HABITS THAT MAKE YOU BEND, NOT BREAK
Having a handle on the physiological effects of stress prepares your body and mind to respond with resilience.
GET YOUR ZZZ TIME
During deep sleep, your brain sorts and files your thoughts and experiences from the previous day, giving you a fresh perspective that enables you to problem-solve. Sleep also bolsters immunity, and it’s easier to pull yourself together emotionally when you’re not run-down or sick in bed. Aim for seven to eight hours of sleep a night.
MOVE YOUR BODY
Getting your 30 minutes of exercise a day triggers feelgood endorphins as well as gamma-aminobutyric acid (GABA), a neurotransmitter that quiets negative thinking. Together, these can help you through a tough time. Studies have also shown that regular exercise is a mood elevator and can assist significantly in the treatment of depression, helping you maintain a positive outlook.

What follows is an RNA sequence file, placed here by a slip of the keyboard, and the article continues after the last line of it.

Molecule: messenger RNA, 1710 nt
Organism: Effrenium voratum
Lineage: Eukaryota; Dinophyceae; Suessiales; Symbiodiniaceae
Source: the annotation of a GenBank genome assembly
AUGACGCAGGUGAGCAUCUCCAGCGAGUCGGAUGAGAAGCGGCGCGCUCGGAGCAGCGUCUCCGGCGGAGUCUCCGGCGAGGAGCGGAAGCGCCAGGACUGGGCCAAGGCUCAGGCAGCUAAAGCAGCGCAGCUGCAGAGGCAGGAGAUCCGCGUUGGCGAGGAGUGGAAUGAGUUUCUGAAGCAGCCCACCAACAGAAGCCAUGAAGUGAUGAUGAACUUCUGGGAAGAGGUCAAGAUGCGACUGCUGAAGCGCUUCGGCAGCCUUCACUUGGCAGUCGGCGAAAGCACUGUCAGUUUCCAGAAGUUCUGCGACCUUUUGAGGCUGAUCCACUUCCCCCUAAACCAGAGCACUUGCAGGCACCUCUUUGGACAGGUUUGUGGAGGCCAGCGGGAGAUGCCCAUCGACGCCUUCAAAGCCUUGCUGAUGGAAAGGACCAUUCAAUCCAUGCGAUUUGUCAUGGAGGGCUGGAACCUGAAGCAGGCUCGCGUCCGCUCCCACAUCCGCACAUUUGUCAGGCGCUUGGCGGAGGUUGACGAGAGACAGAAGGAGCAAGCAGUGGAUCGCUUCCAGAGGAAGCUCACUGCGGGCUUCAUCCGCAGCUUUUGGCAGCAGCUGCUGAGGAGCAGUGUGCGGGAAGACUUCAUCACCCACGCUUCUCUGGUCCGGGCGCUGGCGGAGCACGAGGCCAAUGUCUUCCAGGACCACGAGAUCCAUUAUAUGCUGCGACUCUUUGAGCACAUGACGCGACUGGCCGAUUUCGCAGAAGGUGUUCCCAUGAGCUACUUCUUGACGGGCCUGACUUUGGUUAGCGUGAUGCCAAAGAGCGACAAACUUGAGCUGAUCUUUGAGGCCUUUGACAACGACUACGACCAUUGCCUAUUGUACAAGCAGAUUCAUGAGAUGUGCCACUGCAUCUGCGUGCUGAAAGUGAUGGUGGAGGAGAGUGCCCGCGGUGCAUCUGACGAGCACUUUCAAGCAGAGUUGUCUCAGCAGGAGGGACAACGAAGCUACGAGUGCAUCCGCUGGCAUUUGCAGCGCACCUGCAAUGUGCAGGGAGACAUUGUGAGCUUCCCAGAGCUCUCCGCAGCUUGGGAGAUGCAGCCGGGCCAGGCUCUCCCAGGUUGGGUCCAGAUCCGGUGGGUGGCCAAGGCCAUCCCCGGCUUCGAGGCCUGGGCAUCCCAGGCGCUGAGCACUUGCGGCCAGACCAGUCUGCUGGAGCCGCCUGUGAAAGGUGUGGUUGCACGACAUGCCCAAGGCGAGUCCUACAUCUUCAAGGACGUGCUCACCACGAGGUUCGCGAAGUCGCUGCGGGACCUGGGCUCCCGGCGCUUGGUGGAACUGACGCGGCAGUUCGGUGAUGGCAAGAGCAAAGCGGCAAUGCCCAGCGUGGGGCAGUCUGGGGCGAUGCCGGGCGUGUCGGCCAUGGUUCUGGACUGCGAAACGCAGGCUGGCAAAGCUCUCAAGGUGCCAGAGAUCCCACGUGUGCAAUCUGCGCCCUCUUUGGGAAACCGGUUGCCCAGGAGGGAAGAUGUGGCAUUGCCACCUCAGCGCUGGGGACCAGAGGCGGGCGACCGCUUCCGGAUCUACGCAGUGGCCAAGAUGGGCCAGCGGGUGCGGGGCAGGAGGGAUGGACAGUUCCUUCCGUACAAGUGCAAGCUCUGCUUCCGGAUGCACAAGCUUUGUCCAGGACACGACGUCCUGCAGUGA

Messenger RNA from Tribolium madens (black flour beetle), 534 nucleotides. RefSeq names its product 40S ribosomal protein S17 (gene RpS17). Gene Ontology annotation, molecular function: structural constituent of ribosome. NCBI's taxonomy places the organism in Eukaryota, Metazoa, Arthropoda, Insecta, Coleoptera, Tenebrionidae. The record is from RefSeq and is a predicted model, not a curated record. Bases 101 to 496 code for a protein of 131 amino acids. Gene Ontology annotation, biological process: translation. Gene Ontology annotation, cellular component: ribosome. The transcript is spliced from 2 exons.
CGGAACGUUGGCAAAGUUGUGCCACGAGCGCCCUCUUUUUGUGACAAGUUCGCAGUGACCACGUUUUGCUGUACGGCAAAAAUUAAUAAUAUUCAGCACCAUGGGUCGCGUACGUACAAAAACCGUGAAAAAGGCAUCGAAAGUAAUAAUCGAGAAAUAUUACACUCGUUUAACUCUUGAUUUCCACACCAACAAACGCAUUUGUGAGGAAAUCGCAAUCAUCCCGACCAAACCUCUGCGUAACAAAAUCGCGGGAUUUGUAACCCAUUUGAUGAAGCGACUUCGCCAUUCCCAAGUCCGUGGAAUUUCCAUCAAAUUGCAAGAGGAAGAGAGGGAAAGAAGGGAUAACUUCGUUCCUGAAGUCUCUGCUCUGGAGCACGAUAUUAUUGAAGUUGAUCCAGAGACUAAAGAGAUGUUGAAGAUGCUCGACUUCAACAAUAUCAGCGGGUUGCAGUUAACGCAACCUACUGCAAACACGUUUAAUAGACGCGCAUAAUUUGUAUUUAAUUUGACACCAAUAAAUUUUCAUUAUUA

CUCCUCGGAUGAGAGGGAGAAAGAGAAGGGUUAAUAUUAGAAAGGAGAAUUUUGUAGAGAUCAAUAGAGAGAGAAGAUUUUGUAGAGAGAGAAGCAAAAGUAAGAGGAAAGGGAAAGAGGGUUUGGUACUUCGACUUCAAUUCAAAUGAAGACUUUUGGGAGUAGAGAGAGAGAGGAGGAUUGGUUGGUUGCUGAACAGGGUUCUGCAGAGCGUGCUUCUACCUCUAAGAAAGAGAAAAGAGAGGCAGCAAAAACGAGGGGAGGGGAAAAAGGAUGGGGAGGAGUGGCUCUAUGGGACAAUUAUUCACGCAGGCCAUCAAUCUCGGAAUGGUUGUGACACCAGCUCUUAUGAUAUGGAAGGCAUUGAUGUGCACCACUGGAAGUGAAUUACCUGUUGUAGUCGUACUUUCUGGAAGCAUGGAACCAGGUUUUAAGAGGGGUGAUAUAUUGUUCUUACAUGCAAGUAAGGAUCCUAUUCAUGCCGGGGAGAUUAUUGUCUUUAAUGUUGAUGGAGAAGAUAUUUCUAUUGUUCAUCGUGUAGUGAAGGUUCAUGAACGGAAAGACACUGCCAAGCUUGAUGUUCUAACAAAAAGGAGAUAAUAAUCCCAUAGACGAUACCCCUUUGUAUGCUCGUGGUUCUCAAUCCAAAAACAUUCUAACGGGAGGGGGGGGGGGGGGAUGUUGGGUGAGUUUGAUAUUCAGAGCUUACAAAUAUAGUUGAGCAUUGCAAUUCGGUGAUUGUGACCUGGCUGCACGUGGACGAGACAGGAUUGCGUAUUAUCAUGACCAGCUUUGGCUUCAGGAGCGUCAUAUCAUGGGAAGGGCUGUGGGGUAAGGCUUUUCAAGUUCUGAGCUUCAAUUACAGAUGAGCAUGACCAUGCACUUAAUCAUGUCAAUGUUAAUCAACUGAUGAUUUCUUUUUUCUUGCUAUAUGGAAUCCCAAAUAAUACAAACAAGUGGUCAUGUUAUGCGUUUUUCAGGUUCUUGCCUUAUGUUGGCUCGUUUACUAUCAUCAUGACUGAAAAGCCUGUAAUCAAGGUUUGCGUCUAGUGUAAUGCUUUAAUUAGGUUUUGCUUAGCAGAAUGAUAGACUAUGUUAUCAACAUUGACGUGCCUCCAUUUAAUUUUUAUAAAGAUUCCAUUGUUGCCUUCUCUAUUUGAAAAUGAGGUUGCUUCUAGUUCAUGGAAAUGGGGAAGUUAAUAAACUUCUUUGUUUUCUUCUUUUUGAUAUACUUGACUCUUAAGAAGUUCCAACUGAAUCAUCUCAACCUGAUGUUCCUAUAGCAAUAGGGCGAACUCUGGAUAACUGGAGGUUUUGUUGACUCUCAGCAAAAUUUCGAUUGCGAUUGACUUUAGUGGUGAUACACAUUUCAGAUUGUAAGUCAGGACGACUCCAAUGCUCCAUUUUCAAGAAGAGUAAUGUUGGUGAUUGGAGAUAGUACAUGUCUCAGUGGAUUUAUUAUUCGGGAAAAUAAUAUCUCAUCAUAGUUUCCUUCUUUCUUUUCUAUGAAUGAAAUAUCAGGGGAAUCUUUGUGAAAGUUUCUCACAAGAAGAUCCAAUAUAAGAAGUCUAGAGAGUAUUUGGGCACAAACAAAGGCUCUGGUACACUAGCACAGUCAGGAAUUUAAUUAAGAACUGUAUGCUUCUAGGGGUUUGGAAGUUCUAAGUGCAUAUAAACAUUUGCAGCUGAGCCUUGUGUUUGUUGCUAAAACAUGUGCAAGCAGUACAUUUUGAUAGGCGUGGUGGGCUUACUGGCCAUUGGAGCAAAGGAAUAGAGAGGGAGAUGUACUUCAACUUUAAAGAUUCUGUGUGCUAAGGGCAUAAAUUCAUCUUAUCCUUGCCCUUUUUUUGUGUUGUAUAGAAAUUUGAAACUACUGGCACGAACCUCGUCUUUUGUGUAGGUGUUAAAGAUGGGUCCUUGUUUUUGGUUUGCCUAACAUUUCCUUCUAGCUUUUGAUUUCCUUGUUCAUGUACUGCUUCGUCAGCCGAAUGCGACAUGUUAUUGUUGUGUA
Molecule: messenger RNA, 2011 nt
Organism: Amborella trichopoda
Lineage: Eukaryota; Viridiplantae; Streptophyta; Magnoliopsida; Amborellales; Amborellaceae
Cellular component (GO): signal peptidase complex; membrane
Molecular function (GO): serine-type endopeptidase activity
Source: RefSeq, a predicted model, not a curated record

Meditation can be as simple as focusing on a single thing, like your breath or a calming word. Research suggests that practising it regularly may shrink the amygdala, reducing stress and even changing electrical activity in the brain, making you more alert and calm. That’s just the kind of clearheadedness you need in a crisis.
Your body, like any other engine, needs fuel. When food is scarce, your system routes what energy it has to essentials, which can leave parts of your brain, well, hungry. It needs at least 20% of the kilojoules you absorb to solve problems effectively, so get your three squares or five mini meals – whatever keeps you on an even keel.